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Bankruptcy FAQ

Someone who owes me money filed for bankruptcy. How do I know if I can still collect my debt?

The bankruptcy court provides notice to creditors regarding pending bankruptcy proceedings about two weeks after the debtor’s bankruptcy filing. The notice informs you, the creditor that the debtor filed for bankruptcy. If the debtor has assets for liquidation, you must tell the court about the money that you are owed. The notice also tells you about the Meeting of the Creditors and deadlines to file objections in the bankruptcy case. If the debtor obtains a successful discharge, the court will send notice of the discharge order to creditors.

How will filing for bankruptcy affect credit?

Filing for bankruptcy certainly has an adverse effect on an individual’s credit score. For chapter 7 and 11 cases, the filing will appear on your credit report for ten years. For chapter 13 cases, the filing will appear on your credit report for seven years.

However, filing for bankruptcy does not mean that you cannot obtain credit in the future. Realistically, it will be extremely unlikely for you to obtain a new loan or credit card for at least a year or two. Some creditors may extend credit, albeit with a higher interest rate, to those who have recently filed for bankruptcy because of the time constraints of bankruptcy filings. For example, most people are eligible for a mortgage within two years of filing for bankruptcy.

Can I erase my student loans by filing bankruptcy?

Student loans are especially hard to discharge under bankruptcy absent a showing of “undue hardship.” Under the 2005 Bankruptcy Act, without undue hardship, any educational benefit debt or loan is excepted from discharge. The debtor has the burden of proving that a lack of discharge would impose an undue hardship on the debtor and his/her dependents.

Courts apply a case-by-case balancing test to determine whether to discharge the debt. Some of these factors include (1) the amount of debt involved; (2) the current income of the debtor, the objecting creditor(s) and their respective spouses; (3) the current expenses of the debtor; (4) the current assets, including exempt assets of the debtor, of the debtor, objecting creditor(s) and their respective spouses; (5) the current liabilities, excluding those discharged by the debtor’s bankruptcy, of the debtor, objecting creditor(s) and their respective spouses; (6) the health, job skills, training, age and education of the debtor, objecting creditor(s) and their respective spouses; and (7) the amount of debt which has been or will be discharged in the debtor’s bankruptcy.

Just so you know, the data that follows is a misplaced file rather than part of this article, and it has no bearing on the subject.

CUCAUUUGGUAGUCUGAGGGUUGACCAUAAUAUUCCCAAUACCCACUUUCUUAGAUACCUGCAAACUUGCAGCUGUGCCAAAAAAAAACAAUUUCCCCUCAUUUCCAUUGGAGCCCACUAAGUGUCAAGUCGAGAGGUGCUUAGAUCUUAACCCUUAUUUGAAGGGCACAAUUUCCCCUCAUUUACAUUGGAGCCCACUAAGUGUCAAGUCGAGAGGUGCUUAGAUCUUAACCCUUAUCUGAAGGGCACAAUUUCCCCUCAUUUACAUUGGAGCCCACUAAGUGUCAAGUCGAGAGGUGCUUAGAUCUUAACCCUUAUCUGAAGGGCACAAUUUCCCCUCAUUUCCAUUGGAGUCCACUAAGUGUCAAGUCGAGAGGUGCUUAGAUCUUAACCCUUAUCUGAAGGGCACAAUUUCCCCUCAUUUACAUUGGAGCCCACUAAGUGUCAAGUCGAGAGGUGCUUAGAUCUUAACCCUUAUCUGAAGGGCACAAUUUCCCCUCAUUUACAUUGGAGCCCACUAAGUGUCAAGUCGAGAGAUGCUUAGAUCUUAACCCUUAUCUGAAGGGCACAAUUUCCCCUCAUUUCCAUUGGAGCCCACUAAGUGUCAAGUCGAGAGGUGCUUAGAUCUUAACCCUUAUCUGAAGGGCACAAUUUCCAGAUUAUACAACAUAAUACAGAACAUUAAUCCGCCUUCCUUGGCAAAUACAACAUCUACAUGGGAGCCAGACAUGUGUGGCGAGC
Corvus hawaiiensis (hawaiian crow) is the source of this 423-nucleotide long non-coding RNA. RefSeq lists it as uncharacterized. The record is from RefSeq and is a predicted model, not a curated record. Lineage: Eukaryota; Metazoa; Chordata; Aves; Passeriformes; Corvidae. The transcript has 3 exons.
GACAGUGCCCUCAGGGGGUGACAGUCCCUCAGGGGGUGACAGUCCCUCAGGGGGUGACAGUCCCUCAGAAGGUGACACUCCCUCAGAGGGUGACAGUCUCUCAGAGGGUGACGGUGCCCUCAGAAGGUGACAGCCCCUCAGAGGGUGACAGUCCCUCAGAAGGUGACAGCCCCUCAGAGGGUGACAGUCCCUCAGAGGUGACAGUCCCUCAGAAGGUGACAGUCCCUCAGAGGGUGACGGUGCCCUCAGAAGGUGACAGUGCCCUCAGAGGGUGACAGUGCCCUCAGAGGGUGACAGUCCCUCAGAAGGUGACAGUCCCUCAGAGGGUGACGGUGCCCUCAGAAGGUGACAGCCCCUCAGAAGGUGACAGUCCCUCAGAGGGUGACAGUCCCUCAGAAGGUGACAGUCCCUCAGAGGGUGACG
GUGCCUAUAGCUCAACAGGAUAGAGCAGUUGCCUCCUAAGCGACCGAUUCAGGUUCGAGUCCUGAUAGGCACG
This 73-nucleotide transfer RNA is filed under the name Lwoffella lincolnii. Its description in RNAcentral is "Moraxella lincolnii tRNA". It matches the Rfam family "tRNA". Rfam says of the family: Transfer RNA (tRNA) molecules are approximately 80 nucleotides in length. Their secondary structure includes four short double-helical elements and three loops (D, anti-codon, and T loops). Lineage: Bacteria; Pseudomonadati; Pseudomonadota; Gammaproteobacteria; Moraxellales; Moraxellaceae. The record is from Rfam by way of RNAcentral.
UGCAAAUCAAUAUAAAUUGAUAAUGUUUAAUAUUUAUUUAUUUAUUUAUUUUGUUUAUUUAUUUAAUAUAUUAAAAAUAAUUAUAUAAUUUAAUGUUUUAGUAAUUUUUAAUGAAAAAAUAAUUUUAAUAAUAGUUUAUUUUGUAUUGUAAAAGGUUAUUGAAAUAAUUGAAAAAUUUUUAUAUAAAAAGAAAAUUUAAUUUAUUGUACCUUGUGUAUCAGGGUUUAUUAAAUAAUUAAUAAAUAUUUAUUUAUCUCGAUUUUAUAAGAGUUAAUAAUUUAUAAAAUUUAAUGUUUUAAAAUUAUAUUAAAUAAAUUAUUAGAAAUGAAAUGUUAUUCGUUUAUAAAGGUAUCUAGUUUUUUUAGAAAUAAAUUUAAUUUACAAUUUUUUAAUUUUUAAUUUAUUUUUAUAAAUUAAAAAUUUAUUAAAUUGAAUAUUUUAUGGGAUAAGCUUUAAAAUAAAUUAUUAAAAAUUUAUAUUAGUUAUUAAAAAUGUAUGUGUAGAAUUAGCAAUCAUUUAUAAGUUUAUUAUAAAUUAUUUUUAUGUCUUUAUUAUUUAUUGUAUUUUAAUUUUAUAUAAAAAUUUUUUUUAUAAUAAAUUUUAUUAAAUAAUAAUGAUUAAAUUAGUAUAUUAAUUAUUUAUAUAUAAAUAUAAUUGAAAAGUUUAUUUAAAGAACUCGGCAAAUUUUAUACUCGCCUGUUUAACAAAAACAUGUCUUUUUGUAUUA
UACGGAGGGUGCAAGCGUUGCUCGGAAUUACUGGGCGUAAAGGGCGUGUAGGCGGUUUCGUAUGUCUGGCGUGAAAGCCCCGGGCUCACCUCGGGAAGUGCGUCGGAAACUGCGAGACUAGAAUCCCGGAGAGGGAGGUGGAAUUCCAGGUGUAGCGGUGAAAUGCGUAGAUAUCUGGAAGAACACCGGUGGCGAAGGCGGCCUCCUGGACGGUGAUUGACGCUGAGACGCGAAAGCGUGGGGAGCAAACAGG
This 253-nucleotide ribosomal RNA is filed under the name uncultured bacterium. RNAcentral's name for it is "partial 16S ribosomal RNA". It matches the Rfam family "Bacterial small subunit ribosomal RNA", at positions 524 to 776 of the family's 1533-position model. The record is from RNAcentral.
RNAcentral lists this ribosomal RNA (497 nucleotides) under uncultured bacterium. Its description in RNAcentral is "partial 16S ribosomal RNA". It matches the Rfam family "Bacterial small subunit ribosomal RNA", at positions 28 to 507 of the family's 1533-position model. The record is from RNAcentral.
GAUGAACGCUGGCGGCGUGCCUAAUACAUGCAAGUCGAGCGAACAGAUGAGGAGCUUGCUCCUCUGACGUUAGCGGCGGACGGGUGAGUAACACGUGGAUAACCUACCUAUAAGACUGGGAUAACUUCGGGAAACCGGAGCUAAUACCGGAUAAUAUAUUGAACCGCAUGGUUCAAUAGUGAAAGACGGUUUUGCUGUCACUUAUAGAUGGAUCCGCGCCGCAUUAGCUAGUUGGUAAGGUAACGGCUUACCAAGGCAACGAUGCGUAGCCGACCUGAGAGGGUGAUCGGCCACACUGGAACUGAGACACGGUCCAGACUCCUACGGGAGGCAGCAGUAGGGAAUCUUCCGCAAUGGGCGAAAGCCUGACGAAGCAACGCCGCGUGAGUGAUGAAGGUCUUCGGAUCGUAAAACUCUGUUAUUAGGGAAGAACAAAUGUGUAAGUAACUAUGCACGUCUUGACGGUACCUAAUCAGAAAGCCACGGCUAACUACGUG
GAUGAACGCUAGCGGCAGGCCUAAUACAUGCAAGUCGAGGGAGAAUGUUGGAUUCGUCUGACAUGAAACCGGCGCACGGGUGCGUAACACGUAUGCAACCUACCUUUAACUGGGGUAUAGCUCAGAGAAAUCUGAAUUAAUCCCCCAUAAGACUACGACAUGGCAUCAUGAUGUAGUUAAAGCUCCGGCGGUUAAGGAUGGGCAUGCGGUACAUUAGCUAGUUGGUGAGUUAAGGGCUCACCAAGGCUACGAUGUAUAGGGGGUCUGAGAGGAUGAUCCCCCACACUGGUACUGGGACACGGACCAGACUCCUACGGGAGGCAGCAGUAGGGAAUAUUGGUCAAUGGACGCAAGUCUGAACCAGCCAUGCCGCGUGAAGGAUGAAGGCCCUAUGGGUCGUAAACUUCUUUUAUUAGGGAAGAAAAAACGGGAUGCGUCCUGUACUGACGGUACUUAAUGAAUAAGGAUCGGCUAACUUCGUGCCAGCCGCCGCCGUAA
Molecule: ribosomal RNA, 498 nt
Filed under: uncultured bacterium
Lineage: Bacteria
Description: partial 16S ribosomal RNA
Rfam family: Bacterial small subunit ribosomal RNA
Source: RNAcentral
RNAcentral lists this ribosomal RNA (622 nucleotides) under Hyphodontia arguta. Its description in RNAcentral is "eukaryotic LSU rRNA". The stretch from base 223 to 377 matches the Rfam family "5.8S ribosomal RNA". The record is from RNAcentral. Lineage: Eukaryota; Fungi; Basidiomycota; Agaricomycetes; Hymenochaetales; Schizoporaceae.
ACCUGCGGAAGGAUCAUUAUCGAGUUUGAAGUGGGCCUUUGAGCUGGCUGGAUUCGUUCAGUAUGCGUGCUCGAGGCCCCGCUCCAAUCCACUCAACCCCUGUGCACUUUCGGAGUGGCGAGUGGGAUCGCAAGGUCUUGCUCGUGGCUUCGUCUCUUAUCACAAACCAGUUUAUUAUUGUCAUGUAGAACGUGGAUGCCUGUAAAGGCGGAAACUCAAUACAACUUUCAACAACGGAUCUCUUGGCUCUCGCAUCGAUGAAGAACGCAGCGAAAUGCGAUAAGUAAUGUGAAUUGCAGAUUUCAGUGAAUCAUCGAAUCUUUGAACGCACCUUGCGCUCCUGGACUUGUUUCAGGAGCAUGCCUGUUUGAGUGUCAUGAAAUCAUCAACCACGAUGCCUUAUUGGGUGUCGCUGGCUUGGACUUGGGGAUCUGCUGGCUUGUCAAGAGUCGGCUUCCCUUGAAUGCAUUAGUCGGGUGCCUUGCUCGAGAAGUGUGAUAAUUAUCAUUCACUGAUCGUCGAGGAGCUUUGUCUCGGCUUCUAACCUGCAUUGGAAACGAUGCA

How is a spouse affected?

Each spouse is responsible for his/her own debt. Thus, the debtor filing bankruptcy should not affect the credit of the other, non-filing, spouse. However, if the non-filing spouse is a co-debtor, both individuals will be responsible for payment.

How often can you file for bankruptcy?

Debtors are allowed one chapter 7 bankruptcy discharge every eight years from a previous chapter 7 filing or six years from a chapter 13 filing. Debtors are allowed one chapter 13 bankruptcy discharge every

What is a joint petition?

A joint petition is an option for married couples who are deciding to file bankruptcy. Joint petition is when an individual and his/her spouse voluntarily file a single bankruptcy petition. Filing a joint petition allows a couple to pay a one-time filing fee as opposed to two separate filing fees. It also provides protection for spouses for joint debt. By filing a joint petition, you can prevent creditors from pursuing your spouse from a shared debt.

Unmarried partners, corporations, and partnerships do not qualify for joint petitions.

What happens if one spouse files for bankruptcy and not the other?

Married couples must make the difficult decision of whether to file bankruptcy jointly or separately. A joint filing makes sense if the finances of the spouses is shared and mixed up. If a debt is shared by both spouses, the non-filing spouse will still be responsible for the debt. Similarly, if the non-filing spouse is a cosigner on a debt, creditors can pursue the non-filing spouse after the debtor files for bankruptcy. In contrast, if the spouse filing for bankruptcy has filed for bankruptcy previously, or has most or all of the debt in his/her name, separate filing may be smarter.

Who’s Paid First? Subrogation of Bankruptcy Claims

The Bankruptcy Code tries to allocate assets to the various claimants as fairly and equitably as possible. First, before any money is paid to the claimants, a debtor gets to keep his/her exempt property. This includes basic items such as clothing, and common household items. Then, claims are paid out in order of priority. Priority claims such as certain administrative expenses, support obligations, debts and taxes are paid out before lower priority claims. Subrogation of claims refers to when a person or business stands in the place of another.

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